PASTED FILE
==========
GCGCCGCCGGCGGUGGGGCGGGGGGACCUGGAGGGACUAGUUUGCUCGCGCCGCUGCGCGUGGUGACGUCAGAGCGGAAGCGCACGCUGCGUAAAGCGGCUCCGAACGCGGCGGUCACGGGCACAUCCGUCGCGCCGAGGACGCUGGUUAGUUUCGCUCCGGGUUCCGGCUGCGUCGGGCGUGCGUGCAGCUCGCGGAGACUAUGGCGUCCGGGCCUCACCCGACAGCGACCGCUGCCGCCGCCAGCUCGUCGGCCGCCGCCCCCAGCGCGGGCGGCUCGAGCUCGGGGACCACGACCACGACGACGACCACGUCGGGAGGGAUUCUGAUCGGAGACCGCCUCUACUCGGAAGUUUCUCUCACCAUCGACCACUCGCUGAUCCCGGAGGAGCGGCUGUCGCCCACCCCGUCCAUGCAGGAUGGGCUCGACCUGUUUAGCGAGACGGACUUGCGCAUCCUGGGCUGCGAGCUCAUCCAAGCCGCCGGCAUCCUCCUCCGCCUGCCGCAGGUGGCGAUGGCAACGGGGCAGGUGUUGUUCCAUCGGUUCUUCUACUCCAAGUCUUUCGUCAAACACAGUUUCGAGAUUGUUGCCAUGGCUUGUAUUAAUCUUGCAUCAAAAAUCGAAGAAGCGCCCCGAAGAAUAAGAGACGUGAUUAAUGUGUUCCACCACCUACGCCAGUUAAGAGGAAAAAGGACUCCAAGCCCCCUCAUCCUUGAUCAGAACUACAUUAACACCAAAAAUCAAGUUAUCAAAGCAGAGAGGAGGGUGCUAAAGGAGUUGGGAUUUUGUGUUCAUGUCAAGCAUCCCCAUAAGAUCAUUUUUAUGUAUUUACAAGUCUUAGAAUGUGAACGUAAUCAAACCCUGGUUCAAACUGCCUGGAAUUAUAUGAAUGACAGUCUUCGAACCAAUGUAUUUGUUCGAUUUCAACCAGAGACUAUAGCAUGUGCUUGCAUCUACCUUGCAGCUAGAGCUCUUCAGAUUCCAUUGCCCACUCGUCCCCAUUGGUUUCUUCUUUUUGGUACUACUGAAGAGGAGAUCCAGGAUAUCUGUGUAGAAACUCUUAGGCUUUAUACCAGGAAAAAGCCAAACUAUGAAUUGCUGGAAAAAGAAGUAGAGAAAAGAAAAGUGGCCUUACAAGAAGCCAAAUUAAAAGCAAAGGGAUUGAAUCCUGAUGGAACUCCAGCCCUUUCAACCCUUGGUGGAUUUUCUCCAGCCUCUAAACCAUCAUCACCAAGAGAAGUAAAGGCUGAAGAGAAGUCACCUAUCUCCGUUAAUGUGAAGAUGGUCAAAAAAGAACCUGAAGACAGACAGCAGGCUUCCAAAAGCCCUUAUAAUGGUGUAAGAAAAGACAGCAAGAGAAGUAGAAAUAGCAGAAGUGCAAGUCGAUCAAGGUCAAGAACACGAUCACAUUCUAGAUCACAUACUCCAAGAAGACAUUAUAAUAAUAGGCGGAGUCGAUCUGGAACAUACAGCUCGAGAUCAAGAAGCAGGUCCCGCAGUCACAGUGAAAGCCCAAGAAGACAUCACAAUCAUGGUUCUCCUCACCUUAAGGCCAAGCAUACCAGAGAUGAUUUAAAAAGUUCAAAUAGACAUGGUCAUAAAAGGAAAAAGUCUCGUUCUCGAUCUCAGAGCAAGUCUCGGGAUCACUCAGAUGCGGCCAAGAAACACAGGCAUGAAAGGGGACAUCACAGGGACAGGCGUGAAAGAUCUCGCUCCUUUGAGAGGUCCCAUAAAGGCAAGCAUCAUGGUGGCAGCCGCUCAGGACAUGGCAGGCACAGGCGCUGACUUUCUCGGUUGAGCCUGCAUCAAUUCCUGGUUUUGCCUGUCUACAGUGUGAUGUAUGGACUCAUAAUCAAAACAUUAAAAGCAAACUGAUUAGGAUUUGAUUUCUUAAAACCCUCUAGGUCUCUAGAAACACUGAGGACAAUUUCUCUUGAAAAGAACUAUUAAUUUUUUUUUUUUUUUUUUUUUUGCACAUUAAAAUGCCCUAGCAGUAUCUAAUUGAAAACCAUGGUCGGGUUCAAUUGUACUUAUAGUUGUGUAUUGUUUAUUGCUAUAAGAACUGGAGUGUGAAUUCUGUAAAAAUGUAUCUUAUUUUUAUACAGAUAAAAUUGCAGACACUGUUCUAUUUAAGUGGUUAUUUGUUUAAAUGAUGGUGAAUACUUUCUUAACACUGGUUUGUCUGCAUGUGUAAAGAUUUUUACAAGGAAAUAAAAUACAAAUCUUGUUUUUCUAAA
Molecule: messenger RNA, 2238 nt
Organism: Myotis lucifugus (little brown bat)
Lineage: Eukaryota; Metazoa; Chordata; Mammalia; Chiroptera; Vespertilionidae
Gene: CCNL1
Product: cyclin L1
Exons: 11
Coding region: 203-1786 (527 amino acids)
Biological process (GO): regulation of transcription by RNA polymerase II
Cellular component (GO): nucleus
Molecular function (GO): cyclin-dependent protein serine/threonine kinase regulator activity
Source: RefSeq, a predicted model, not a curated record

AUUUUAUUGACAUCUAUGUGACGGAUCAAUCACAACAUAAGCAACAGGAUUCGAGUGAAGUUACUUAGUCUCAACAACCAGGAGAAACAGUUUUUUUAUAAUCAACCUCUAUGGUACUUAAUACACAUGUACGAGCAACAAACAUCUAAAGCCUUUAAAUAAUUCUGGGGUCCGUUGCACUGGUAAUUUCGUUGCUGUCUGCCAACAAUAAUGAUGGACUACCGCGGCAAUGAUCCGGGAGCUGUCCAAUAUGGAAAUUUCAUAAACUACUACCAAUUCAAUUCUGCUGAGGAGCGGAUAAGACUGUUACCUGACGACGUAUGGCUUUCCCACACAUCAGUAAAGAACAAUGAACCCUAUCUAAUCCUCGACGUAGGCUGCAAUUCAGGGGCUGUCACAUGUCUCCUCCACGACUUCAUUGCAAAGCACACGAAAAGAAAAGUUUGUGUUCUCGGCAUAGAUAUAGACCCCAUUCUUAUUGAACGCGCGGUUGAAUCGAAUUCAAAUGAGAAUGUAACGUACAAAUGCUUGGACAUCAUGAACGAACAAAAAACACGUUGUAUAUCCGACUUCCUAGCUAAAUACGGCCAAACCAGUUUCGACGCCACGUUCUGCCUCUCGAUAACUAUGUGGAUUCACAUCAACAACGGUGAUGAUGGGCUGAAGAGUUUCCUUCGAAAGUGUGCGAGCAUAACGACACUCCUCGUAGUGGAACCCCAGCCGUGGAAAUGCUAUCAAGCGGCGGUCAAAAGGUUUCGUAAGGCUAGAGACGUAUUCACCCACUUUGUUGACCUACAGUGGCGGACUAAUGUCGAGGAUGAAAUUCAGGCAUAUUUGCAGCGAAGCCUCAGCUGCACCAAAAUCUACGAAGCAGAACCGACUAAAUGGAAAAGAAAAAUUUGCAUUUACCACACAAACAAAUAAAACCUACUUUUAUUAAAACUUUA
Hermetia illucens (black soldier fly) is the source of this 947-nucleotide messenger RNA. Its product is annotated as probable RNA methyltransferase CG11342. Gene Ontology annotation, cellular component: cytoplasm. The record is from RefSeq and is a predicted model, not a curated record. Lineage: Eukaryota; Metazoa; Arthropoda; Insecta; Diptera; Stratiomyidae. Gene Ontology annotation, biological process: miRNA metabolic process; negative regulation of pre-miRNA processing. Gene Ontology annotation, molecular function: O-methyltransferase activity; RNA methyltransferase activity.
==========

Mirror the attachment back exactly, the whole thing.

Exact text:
GCGCCGCCGGCGGUGGGGCGGGGGGACCUGGAGGGACUAGUUUGCUCGCGCCGCUGCGCGUGGUGACGUCAGAGCGGAAGCGCACGCUGCGUAAAGCGGCUCCGAACGCGGCGGUCACGGGCACAUCCGUCGCGCCGAGGACGCUGGUUAGUUUCGCUCCGGGUUCCGGCUGCGUCGGGCGUGCGUGCAGCUCGCGGAGACUAUGGCGUCCGGGCCUCACCCGACAGCGACCGCUGCCGCCGCCAGCUCGUCGGCCGCCGCCCCCAGCGCGGGCGGCUCGAGCUCGGGGACCACGACCACGACGACGACCACGUCGGGAGGGAUUCUGAUCGGAGACCGCCUCUACUCGGAAGUUUCUCUCACCAUCGACCACUCGCUGAUCCCGGAGGAGCGGCUGUCGCCCACCCCGUCCAUGCAGGAUGGGCUCGACCUGUUUAGCGAGACGGACUUGCGCAUCCUGGGCUGCGAGCUCAUCCAAGCCGCCGGCAUCCUCCUCCGCCUGCCGCAGGUGGCGAUGGCAACGGGGCAGGUGUUGUUCCAUCGGUUCUUCUACUCCAAGUCUUUCGUCAAACACAGUUUCGAGAUUGUUGCCAUGGCUUGUAUUAAUCUUGCAUCAAAAAUCGAAGAAGCGCCCCGAAGAAUAAGAGACGUGAUUAAUGUGUUCCACCACCUACGCCAGUUAAGAGGAAAAAGGACUCCAAGCCCCCUCAUCCUUGAUCAGAACUACAUUAACACCAAAAAUCAAGUUAUCAAAGCAGAGAGGAGGGUGCUAAAGGAGUUGGGAUUUUGUGUUCAUGUCAAGCAUCCCCAUAAGAUCAUUUUUAUGUAUUUACAAGUCUUAGAAUGUGAACGUAAUCAAACCCUGGUUCAAACUGCCUGGAAUUAUAUGAAUGACAGUCUUCGAACCAAUGUAUUUGUUCGAUUUCAACCAGAGACUAUAGCAUGUGCUUGCAUCUACCUUGCAGCUAGAGCUCUUCAGAUUCCAUUGCCCACUCGUCCCCAUUGGUUUCUUCUUUUUGGUACUACUGAAGAGGAGAUCCAGGAUAUCUGUGUAGAAACUCUUAGGCUUUAUACCAGGAAAAAGCCAAACUAUGAAUUGCUGGAAAAAGAAGUAGAGAAAAGAAAAGUGGCCUUACAAGAAGCCAAAUUAAAAGCAAAGGGAUUGAAUCCUGAUGGAACUCCAGCCCUUUCAACCCUUGGUGGAUUUUCUCCAGCCUCUAAACCAUCAUCACCAAGAGAAGUAAAGGCUGAAGAGAAGUCACCUAUCUCCGUUAAUGUGAAGAUGGUCAAAAAAGAACCUGAAGACAGACAGCAGGCUUCCAAAAGCCCUUAUAAUGGUGUAAGAAAAGACAGCAAGAGAAGUAGAAAUAGCAGAAGUGCAAGUCGAUCAAGGUCAAGAACACGAUCACAUUCUAGAUCACAUACUCCAAGAAGACAUUAUAAUAAUAGGCGGAGUCGAUCUGGAACAUACAGCUCGAGAUCAAGAAGCAGGUCCCGCAGUCACAGUGAAAGCCCAAGAAGACAUCACAAUCAUGGUUCUCCUCACCUUAAGGCCAAGCAUACCAGAGAUGAUUUAAAAAGUUCAAAUAGACAUGGUCAUAAAAGGAAAAAGUCUCGUUCUCGAUCUCAGAGCAAGUCUCGGGAUCACUCAGAUGCGGCCAAGAAACACAGGCAUGAAAGGGGACAUCACAGGGACAGGCGUGAAAGAUCUCGCUCCUUUGAGAGGUCCCAUAAAGGCAAGCAUCAUGGUGGCAGCCGCUCAGGACAUGGCAGGCACAGGCGCUGACUUUCUCGGUUGAGCCUGCAUCAAUUCCUGGUUUUGCCUGUCUACAGUGUGAUGUAUGGACUCAUAAUCAAAACAUUAAAAGCAAACUGAUUAGGAUUUGAUUUCUUAAAACCCUCUAGGUCUCUAGAAACACUGAGGACAAUUUCUCUUGAAAAGAACUAUUAAUUUUUUUUUUUUUUUUUUUUUUGCACAUUAAAAUGCCCUAGCAGUAUCUAAUUGAAAACCAUGGUCGGGUUCAAUUGUACUUAUAGUUGUGUAUUGUUUAUUGCUAUAAGAACUGGAGUGUGAAUUCUGUAAAAAUGUAUCUUAUUUUUAUACAGAUAAAAUUGCAGACACUGUUCUAUUUAAGUGGUUAUUUGUUUAAAUGAUGGUGAAUACUUUCUUAACACUGGUUUGUCUGCAUGUGUAAAGAUUUUUACAAGGAAAUAAAAUACAAAUCUUGUUUUUCUAAA
Molecule: messenger RNA, 2238 nt
Organism: Myotis lucifugus (little brown bat)
Lineage: Eukaryota; Metazoa; Chordata; Mammalia; Chiroptera; Vespertilionidae
Gene: CCNL1
Product: cyclin L1
Exons: 11
Coding region: 203-1786 (527 amino acids)
Biological process (GO): regulation of transcription by RNA polymerase II
Cellular component (GO): nucleus
Molecular function (GO): cyclin-dependent protein serine/threonine kinase regulator activity
Source: RefSeq, a predicted model, not a curated record

AUUUUAUUGACAUCUAUGUGACGGAUCAAUCACAACAUAAGCAACAGGAUUCGAGUGAAGUUACUUAGUCUCAACAACCAGGAGAAACAGUUUUUUUAUAAUCAACCUCUAUGGUACUUAAUACACAUGUACGAGCAACAAACAUCUAAAGCCUUUAAAUAAUUCUGGGGUCCGUUGCACUGGUAAUUUCGUUGCUGUCUGCCAACAAUAAUGAUGGACUACCGCGGCAAUGAUCCGGGAGCUGUCCAAUAUGGAAAUUUCAUAAACUACUACCAAUUCAAUUCUGCUGAGGAGCGGAUAAGACUGUUACCUGACGACGUAUGGCUUUCCCACACAUCAGUAAAGAACAAUGAACCCUAUCUAAUCCUCGACGUAGGCUGCAAUUCAGGGGCUGUCACAUGUCUCCUCCACGACUUCAUUGCAAAGCACACGAAAAGAAAAGUUUGUGUUCUCGGCAUAGAUAUAGACCCCAUUCUUAUUGAACGCGCGGUUGAAUCGAAUUCAAAUGAGAAUGUAACGUACAAAUGCUUGGACAUCAUGAACGAACAAAAAACACGUUGUAUAUCCGACUUCCUAGCUAAAUACGGCCAAACCAGUUUCGACGCCACGUUCUGCCUCUCGAUAACUAUGUGGAUUCACAUCAACAACGGUGAUGAUGGGCUGAAGAGUUUCCUUCGAAAGUGUGCGAGCAUAACGACACUCCUCGUAGUGGAACCCCAGCCGUGGAAAUGCUAUCAAGCGGCGGUCAAAAGGUUUCGUAAGGCUAGAGACGUAUUCACCCACUUUGUUGACCUACAGUGGCGGACUAAUGUCGAGGAUGAAAUUCAGGCAUAUUUGCAGCGAAGCCUCAGCUGCACCAAAAUCUACGAAGCAGAACCGACUAAAUGGAAAAGAAAAAUUUGCAUUUACCACACAAACAAAUAAAACCUACUUUUAUUAAAACUUUA
Hermetia illucens (black soldier fly) is the source of this 947-nucleotide messenger RNA. Its product is annotated as probable RNA methyltransferase CG11342. Gene Ontology annotation, cellular component: cytoplasm. The record is from RefSeq and is a predicted model, not a curated record. Lineage: Eukaryota; Metazoa; Arthropoda; Insecta; Diptera; Stratiomyidae. Gene Ontology annotation, biological process: miRNA metabolic process; negative regulation of pre-miRNA processing. Gene Ontology annotation, molecular function: O-methyltransferase activity; RNA methyltransferase activity.